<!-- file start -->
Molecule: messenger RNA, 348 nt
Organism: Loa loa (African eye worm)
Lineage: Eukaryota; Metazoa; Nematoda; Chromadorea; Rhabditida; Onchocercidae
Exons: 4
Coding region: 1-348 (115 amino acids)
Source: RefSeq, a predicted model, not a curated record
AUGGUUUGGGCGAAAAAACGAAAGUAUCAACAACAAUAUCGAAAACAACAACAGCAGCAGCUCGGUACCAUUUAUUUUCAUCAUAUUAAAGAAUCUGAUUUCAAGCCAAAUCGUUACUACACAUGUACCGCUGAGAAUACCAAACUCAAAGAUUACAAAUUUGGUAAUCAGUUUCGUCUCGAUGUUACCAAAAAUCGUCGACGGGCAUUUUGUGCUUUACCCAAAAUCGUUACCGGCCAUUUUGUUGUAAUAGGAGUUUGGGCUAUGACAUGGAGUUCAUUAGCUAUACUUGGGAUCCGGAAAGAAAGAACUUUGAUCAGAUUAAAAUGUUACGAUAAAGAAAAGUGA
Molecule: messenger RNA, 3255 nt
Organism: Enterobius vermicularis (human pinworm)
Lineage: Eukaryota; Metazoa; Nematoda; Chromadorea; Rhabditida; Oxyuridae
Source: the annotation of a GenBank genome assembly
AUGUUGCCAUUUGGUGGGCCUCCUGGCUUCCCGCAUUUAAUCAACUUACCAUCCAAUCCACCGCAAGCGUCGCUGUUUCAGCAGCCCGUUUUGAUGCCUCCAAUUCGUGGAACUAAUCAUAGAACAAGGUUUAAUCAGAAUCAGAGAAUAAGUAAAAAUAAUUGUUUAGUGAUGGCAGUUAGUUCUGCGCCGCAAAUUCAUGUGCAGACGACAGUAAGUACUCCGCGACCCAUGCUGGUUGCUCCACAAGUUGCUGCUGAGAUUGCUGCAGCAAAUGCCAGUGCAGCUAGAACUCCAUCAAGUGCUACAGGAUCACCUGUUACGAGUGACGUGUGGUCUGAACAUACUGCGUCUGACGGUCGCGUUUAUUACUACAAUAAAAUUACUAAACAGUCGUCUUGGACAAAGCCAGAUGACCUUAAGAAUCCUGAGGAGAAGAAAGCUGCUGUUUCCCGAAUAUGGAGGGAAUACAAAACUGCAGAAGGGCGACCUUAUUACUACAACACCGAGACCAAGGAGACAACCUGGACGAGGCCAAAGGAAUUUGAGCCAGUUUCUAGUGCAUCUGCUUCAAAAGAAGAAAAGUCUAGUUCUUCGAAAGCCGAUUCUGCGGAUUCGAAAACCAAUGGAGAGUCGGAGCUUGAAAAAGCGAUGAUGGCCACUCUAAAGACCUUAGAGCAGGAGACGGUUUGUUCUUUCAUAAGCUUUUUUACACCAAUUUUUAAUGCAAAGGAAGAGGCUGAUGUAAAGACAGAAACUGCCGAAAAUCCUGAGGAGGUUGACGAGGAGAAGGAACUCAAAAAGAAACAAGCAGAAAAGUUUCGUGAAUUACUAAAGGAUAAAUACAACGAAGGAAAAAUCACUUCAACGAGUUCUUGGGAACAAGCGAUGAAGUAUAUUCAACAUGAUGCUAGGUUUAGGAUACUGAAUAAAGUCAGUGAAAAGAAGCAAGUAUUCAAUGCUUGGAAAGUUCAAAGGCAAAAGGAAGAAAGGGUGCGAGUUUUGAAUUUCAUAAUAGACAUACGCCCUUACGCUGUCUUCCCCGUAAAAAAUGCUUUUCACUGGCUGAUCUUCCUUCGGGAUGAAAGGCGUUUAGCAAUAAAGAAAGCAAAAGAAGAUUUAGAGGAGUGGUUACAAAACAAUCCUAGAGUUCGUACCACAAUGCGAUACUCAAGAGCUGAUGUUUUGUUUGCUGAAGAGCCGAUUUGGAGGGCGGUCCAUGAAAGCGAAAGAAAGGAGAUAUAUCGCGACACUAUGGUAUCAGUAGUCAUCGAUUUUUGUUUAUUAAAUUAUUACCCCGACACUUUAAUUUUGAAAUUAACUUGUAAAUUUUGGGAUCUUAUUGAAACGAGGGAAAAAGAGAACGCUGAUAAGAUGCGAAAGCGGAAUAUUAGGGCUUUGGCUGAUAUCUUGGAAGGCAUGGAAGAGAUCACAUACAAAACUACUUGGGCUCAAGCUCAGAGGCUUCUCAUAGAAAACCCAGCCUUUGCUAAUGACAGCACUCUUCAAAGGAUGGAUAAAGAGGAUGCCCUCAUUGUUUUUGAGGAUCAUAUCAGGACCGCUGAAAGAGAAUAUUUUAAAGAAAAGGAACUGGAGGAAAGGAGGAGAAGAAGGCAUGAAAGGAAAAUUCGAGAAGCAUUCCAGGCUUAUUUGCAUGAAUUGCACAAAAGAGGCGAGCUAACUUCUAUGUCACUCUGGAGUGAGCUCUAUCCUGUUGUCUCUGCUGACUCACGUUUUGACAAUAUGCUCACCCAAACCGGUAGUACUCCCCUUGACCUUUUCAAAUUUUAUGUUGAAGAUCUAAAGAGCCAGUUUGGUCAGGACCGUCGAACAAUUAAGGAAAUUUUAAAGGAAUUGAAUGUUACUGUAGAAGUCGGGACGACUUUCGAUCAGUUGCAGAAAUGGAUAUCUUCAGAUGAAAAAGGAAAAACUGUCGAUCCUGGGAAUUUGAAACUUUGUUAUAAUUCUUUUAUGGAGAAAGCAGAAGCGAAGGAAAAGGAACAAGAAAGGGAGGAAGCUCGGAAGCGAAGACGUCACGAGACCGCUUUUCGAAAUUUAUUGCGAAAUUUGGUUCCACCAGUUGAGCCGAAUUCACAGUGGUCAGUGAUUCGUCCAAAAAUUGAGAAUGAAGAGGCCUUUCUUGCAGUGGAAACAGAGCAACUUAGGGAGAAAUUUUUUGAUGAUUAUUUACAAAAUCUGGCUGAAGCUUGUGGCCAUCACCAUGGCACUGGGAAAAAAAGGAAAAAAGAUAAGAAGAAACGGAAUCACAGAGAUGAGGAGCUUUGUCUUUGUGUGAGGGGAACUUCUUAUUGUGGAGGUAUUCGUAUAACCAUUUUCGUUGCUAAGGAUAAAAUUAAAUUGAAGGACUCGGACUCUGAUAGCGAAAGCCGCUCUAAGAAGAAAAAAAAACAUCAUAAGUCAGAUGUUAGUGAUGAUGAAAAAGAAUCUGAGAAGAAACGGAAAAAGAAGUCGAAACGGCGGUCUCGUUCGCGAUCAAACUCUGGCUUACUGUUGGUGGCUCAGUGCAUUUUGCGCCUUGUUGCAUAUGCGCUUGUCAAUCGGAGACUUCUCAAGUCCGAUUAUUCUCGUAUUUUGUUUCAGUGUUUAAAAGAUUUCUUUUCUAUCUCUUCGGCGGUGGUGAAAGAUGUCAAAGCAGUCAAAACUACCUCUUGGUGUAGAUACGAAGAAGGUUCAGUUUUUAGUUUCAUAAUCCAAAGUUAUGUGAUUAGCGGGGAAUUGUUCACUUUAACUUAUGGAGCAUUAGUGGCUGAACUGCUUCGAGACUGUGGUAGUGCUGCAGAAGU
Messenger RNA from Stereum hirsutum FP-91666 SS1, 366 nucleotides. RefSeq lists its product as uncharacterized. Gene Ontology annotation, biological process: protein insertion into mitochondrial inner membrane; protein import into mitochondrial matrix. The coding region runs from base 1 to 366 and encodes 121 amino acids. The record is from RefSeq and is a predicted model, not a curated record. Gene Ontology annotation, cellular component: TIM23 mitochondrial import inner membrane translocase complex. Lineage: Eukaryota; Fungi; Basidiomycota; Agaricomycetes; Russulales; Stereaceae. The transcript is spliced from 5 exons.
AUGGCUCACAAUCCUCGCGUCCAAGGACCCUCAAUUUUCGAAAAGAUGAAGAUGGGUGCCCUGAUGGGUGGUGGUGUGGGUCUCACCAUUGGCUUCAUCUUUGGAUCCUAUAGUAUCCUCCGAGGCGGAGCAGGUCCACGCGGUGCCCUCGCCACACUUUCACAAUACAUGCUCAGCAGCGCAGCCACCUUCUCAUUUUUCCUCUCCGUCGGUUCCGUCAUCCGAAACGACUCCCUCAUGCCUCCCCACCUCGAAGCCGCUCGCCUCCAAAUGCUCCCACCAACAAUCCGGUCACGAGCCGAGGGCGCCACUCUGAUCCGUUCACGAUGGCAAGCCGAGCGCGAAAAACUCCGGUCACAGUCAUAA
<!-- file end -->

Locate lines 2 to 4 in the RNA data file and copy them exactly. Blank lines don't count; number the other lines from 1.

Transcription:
Organism: Loa loa (African eye worm)
Lineage: Eukaryota; Metazoa; Nematoda; Chromadorea; Rhabditida; Onchocercidae
Exons: 4